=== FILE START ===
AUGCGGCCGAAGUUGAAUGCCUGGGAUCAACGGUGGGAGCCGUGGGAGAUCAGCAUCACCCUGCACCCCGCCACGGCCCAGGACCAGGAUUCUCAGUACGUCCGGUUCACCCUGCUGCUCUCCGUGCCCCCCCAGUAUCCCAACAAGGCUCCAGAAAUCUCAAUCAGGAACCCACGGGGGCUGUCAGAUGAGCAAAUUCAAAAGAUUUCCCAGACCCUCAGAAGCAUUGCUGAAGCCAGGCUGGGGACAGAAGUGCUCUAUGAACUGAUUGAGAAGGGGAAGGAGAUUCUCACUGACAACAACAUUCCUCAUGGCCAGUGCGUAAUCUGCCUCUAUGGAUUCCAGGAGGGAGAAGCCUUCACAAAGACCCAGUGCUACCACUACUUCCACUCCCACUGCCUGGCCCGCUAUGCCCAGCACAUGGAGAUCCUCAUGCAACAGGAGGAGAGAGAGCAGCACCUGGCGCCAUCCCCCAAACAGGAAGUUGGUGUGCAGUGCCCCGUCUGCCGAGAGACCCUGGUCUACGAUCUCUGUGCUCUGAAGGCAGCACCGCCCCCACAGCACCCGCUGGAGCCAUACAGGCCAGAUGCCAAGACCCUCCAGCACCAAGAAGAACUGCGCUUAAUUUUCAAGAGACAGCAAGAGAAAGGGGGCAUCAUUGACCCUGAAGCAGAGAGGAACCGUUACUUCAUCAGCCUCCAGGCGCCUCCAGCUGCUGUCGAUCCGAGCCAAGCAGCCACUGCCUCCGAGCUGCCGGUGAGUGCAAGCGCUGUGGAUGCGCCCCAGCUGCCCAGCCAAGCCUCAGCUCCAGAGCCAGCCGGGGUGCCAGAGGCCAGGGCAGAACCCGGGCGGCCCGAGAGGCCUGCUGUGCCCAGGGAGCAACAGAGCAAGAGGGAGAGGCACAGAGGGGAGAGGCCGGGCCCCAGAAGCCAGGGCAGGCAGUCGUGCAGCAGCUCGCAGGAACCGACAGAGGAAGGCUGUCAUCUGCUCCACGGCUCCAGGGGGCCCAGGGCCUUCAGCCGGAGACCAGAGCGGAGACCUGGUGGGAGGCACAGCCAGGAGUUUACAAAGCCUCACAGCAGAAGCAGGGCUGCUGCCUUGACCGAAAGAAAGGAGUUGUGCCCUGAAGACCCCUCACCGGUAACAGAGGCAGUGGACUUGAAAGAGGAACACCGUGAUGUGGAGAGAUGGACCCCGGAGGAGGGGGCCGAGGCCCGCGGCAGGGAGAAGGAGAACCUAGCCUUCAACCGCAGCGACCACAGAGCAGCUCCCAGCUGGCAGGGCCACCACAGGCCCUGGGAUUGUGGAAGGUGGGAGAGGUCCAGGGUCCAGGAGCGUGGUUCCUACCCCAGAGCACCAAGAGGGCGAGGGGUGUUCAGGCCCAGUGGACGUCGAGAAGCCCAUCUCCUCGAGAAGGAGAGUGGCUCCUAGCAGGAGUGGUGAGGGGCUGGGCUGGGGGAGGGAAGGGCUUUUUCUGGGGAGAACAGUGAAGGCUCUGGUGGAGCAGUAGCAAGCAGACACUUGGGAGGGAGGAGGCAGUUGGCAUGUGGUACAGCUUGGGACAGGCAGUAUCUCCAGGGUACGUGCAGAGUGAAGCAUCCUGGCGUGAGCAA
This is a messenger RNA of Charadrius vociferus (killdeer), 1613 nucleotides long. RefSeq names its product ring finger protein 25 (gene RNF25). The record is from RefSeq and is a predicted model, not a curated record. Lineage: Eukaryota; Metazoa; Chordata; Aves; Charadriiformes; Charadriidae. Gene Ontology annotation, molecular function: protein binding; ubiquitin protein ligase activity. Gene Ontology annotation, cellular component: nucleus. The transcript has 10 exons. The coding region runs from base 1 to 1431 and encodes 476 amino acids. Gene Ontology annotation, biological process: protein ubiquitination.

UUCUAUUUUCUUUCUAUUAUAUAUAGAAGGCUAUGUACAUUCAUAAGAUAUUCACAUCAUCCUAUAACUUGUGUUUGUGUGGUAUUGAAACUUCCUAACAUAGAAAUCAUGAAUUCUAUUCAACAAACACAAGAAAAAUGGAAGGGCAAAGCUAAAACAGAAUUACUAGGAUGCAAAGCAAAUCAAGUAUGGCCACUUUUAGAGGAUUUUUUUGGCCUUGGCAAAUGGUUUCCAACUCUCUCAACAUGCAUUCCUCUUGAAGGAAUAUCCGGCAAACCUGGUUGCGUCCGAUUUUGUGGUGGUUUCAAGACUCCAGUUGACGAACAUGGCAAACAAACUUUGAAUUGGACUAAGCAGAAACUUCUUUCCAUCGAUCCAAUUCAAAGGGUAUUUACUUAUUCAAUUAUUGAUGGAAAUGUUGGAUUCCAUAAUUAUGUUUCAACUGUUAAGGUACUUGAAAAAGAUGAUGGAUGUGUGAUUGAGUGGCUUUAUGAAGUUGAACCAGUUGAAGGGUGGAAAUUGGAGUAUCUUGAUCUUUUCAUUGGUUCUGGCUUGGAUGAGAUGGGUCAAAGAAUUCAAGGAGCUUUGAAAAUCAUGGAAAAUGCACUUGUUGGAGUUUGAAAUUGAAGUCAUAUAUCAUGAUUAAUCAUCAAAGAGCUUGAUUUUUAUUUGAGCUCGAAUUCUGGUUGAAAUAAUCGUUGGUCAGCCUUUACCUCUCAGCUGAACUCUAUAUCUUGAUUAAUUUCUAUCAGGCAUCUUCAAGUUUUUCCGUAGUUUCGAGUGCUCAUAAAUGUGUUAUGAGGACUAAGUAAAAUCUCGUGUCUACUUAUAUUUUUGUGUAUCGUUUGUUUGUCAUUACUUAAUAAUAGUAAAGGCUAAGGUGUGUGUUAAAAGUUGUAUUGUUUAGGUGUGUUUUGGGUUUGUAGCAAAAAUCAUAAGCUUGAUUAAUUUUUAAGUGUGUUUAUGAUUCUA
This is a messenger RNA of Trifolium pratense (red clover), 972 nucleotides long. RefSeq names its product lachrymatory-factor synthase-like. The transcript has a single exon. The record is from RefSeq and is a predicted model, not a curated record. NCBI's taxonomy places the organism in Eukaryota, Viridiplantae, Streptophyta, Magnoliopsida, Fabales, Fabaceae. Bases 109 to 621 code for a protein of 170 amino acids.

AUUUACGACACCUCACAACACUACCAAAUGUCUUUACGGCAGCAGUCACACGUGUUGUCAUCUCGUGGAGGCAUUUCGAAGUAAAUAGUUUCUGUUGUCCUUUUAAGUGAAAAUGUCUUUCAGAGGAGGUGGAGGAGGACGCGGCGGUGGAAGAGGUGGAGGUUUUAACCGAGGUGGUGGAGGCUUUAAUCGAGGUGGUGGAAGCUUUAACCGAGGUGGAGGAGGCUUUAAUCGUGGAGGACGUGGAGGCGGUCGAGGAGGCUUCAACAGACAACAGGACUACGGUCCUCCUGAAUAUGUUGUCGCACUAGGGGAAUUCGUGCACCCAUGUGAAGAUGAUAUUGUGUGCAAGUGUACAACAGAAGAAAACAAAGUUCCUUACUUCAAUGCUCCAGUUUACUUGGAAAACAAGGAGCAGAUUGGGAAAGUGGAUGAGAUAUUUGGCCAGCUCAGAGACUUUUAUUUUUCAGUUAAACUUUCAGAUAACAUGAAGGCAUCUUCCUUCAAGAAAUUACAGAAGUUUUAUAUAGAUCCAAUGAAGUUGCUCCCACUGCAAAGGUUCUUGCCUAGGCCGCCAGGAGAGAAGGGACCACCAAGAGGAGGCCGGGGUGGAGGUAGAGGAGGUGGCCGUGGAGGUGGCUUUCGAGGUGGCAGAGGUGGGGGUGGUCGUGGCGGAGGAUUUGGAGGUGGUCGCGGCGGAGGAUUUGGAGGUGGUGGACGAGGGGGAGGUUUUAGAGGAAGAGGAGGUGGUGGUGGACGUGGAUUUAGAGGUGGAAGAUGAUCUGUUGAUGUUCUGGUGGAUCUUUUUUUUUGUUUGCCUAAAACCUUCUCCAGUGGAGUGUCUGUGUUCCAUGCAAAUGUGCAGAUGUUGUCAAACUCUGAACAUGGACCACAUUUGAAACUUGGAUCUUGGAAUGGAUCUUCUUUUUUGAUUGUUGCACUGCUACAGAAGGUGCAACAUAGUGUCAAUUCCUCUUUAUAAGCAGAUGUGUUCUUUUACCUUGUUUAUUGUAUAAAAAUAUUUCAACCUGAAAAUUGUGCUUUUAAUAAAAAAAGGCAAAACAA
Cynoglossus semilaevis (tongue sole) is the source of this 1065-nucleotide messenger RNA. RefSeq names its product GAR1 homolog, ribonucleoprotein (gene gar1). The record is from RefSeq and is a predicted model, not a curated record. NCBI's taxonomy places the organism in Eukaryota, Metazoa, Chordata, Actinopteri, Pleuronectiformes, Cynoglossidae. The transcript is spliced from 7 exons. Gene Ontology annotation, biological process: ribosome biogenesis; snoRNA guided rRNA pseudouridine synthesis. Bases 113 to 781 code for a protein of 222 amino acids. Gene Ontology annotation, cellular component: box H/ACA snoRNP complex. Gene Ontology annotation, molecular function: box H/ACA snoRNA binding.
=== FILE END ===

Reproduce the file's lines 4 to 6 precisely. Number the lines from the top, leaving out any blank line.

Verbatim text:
This is a messenger RNA of Trifolium pratense (red clover), 972 nucleotides long. RefSeq names its product lachrymatory-factor synthase-like. The transcript has a single exon. The record is from RefSeq and is a predicted model, not a curated record. NCBI's taxonomy places the organism in Eukaryota, Viridiplantae, Streptophyta, Magnoliopsida, Fabales, Fabaceae. Bases 109 to 621 code for a protein of 170 amino acids.

AUUUACGACACCUCACAACACUACCAAAUGUCUUUACGGCAGCAGUCACACGUGUUGUCAUCUCGUGGAGGCAUUUCGAAGUAAAUAGUUUCUGUUGUCCUUUUAAGUGAAAAUGUCUUUCAGAGGAGGUGGAGGAGGACGCGGCGGUGGAAGAGGUGGAGGUUUUAACCGAGGUGGUGGAGGCUUUAAUCGAGGUGGUGGAAGCUUUAACCGAGGUGGAGGAGGCUUUAAUCGUGGAGGACGUGGAGGCGGUCGAGGAGGCUUCAACAGACAACAGGACUACGGUCCUCCUGAAUAUGUUGUCGCACUAGGGGAAUUCGUGCACCCAUGUGAAGAUGAUAUUGUGUGCAAGUGUACAACAGAAGAAAACAAAGUUCCUUACUUCAAUGCUCCAGUUUACUUGGAAAACAAGGAGCAGAUUGGGAAAGUGGAUGAGAUAUUUGGCCAGCUCAGAGACUUUUAUUUUUCAGUUAAACUUUCAGAUAACAUGAAGGCAUCUUCCUUCAAGAAAUUACAGAAGUUUUAUAUAGAUCCAAUGAAGUUGCUCCCACUGCAAAGGUUCUUGCCUAGGCCGCCAGGAGAGAAGGGACCACCAAGAGGAGGCCGGGGUGGAGGUAGAGGAGGUGGCCGUGGAGGUGGCUUUCGAGGUGGCAGAGGUGGGGGUGGUCGUGGCGGAGGAUUUGGAGGUGGUCGCGGCGGAGGAUUUGGAGGUGGUGGACGAGGGGGAGGUUUUAGAGGAAGAGGAGGUGGUGGUGGACGUGGAUUUAGAGGUGGAAGAUGAUCUGUUGAUGUUCUGGUGGAUCUUUUUUUUUGUUUGCCUAAAACCUUCUCCAGUGGAGUGUCUGUGUUCCAUGCAAAUGUGCAGAUGUUGUCAAACUCUGAACAUGGACCACAUUUGAAACUUGGAUCUUGGAAUGGAUCUUCUUUUUUGAUUGUUGCACUGCUACAGAAGGUGCAACAUAGUGUCAAUUCCUCUUUAUAAGCAGAUGUGUUCUUUUACCUUGUUUAUUGUAUAAAAAUAUUUCAACCUGAAAAUUGUGCUUUUAAUAAAAAAAGGCAAAACAA
Cynoglossus semilaevis (tongue sole) is the source of this 1065-nucleotide messenger RNA. RefSeq names its product GAR1 homolog, ribonucleoprotein (gene gar1). The record is from RefSeq and is a predicted model, not a curated record. NCBI's taxonomy places the organism in Eukaryota, Metazoa, Chordata, Actinopteri, Pleuronectiformes, Cynoglossidae. The transcript is spliced from 7 exons. Gene Ontology annotation, biological process: ribosome biogenesis; snoRNA guided rRNA pseudouridine synthesis. Bases 113 to 781 code for a protein of 222 amino acids. Gene Ontology annotation, cellular component: box H/ACA snoRNP complex. Gene Ontology annotation, molecular function: box H/ACA snoRNA binding.